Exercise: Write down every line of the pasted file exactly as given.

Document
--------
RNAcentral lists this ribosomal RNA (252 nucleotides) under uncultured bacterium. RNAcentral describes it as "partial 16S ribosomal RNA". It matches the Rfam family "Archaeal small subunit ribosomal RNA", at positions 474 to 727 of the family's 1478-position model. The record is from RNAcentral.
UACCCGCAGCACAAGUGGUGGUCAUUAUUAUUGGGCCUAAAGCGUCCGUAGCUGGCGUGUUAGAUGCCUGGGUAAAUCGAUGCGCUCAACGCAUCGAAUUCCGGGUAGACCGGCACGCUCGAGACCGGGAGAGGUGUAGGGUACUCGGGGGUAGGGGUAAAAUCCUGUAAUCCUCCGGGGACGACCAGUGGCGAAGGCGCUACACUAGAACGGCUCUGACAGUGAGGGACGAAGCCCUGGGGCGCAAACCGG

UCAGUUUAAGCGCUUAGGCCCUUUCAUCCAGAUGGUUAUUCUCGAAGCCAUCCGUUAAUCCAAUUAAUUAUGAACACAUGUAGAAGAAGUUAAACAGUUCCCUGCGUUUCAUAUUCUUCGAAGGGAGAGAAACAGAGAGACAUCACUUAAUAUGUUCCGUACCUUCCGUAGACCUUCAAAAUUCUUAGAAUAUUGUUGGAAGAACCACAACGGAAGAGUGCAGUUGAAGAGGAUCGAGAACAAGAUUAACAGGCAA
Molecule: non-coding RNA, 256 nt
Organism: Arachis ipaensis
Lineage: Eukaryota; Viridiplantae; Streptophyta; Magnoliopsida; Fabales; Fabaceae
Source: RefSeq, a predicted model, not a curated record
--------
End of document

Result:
RNAcentral lists this ribosomal RNA (252 nucleotides) under uncultured bacterium. RNAcentral describes it as "partial 16S ribosomal RNA". It matches the Rfam family "Archaeal small subunit ribosomal RNA", at positions 474 to 727 of the family's 1478-position model. The record is from RNAcentral.
UACCCGCAGCACAAGUGGUGGUCAUUAUUAUUGGGCCUAAAGCGUCCGUAGCUGGCGUGUUAGAUGCCUGGGUAAAUCGAUGCGCUCAACGCAUCGAAUUCCGGGUAGACCGGCACGCUCGAGACCGGGAGAGGUGUAGGGUACUCGGGGGUAGGGGUAAAAUCCUGUAAUCCUCCGGGGACGACCAGUGGCGAAGGCGCUACACUAGAACGGCUCUGACAGUGAGGGACGAAGCCCUGGGGCGCAAACCGG

UCAGUUUAAGCGCUUAGGCCCUUUCAUCCAGAUGGUUAUUCUCGAAGCCAUCCGUUAAUCCAAUUAAUUAUGAACACAUGUAGAAGAAGUUAAACAGUUCCCUGCGUUUCAUAUUCUUCGAAGGGAGAGAAACAGAGAGACAUCACUUAAUAUGUUCCGUACCUUCCGUAGACCUUCAAAAUUCUUAGAAUAUUGUUGGAAGAACCACAACGGAAGAGUGCAGUUGAAGAGGAUCGAGAACAAGAUUAACAGGCAA
Molecule: non-coding RNA, 256 nt
Organism: Arachis ipaensis
Lineage: Eukaryota; Viridiplantae; Streptophyta; Magnoliopsida; Fabales; Fabaceae
Source: RefSeq, a predicted model, not a curated record